Voters Don’t Care About the Midterm Elections

Should they?

Residents wait in line to pick up a ballot during early voting at the Black Hawk County Courthouse on September 27, 2012 in Waterloo, Iowa.
National Journal
Emma Roller
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Emma Roller
May 12, 2014, 4:45 a.m.

Midterm elec­tions are the red-headed stepchild of Amer­ic­an polit­ics — no one cares about them.

A new poll from Gal­lup con­firms that the­ory, at least for this year. Fully 53 per­cent of U.S. voters told Gal­lup they are less ex­cited about vot­ing in this year’s midterms than in pre­vi­ous elec­tions, while 35 per­cent said they are more en­thu­si­ast­ic. In 2010, those num­bers were ba­sic­ally re­versed.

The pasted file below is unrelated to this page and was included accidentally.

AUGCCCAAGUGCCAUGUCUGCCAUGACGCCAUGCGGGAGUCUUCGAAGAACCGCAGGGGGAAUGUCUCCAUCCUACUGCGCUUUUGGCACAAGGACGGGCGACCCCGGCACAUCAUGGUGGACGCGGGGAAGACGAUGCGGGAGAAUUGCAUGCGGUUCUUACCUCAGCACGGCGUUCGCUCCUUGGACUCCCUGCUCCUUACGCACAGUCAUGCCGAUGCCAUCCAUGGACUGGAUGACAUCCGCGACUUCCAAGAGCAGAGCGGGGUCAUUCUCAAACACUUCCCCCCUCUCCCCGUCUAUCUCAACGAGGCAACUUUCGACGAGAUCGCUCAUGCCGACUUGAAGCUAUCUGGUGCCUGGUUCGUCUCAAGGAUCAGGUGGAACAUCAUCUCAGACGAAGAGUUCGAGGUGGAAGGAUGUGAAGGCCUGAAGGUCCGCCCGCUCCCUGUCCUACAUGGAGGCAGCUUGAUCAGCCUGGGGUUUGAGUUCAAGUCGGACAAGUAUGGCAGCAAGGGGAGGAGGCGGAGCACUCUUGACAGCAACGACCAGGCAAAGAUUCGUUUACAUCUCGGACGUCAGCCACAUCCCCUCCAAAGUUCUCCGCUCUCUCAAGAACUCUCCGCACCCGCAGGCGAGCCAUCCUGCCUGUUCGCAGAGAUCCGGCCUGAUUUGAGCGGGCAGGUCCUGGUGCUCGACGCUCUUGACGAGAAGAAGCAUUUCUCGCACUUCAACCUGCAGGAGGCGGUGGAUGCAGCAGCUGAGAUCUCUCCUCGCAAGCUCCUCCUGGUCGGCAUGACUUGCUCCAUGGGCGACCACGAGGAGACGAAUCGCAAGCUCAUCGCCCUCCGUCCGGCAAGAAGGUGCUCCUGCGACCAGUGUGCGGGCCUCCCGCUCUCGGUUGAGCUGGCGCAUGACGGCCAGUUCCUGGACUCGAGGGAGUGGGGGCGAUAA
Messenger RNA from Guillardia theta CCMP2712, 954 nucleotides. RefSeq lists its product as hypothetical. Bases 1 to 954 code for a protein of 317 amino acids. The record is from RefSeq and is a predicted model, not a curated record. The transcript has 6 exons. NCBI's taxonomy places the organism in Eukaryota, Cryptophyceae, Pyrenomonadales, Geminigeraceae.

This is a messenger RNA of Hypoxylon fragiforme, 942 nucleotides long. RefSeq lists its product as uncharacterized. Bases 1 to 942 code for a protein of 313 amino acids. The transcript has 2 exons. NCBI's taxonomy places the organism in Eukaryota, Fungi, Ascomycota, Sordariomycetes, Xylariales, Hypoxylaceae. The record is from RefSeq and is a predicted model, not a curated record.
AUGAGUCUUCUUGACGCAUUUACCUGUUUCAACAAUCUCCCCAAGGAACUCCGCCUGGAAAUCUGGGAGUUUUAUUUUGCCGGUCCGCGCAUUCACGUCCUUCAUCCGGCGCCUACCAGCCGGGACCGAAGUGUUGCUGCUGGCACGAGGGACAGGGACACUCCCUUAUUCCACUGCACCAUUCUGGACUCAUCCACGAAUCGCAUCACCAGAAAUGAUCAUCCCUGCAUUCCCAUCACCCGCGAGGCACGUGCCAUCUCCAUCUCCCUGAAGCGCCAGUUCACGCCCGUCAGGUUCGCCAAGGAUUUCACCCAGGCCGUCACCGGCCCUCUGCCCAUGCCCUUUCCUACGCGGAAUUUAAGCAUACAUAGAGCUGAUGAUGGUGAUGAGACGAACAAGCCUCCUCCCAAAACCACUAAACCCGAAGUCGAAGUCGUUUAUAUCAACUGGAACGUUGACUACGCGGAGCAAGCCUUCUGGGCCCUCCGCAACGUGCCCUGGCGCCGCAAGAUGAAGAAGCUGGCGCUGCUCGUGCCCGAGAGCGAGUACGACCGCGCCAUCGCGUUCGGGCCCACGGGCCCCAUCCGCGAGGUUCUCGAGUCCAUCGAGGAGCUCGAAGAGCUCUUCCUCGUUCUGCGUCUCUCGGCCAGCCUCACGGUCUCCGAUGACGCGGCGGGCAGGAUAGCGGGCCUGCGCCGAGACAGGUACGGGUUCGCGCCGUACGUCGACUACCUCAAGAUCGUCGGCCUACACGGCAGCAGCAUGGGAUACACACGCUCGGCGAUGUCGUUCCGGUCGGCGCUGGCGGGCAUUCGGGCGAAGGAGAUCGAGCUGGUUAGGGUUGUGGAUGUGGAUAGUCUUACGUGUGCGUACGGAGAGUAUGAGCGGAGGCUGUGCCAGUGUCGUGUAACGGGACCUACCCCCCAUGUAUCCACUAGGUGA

It’s clear that voters are not as fired up about con­gres­sion­al races as there were four years ago. But should they be? Aside from a hand­ful of in­ter­est­ing Sen­ate races — in Louisi­ana, North Car­o­lina, Arkan­sas, Alaska, and Michigan — the midterms aren’t of­fer­ing as ex­cit­ing a toss-up as ex­pec­ted. Nate Sil­ver pre­dicts that Re­pub­lic­ans are “slight fa­vor­ites” to win con­trol of the Sen­ate. And un­like in 2010, the 2014 midterms don’t of­fer Re­pub­lic­ans an op­por­tun­ity to usurp the Demo­crat­ic­ally con­trolled House. Now, it’s a giv­en.

In 2010, voters were un­usu­ally en­thu­si­ast­ic about the midterms. But that was in the midst of the tea-party up­ris­ing, when Re­pub­lic­ans were fired up about elect­ing people who would over­turn the Af­ford­able Care Act.

Four years later, not much has changed in that re­spect. GOP can­did­ates are still cam­paign­ing on their an­im­os­ity to­ward Obama­care. Even Demo­crat­ic Sen. Kay Hagan — who voted for Obama­care — is now us­ing the health care law as a whip­ping boy against her Re­pub­lic­an op­pon­ent in North Car­o­lina.

Cam­paign tac­tics may not have changed much since 2010, but voter en­gage­ment has. This time around, they just seem tired.

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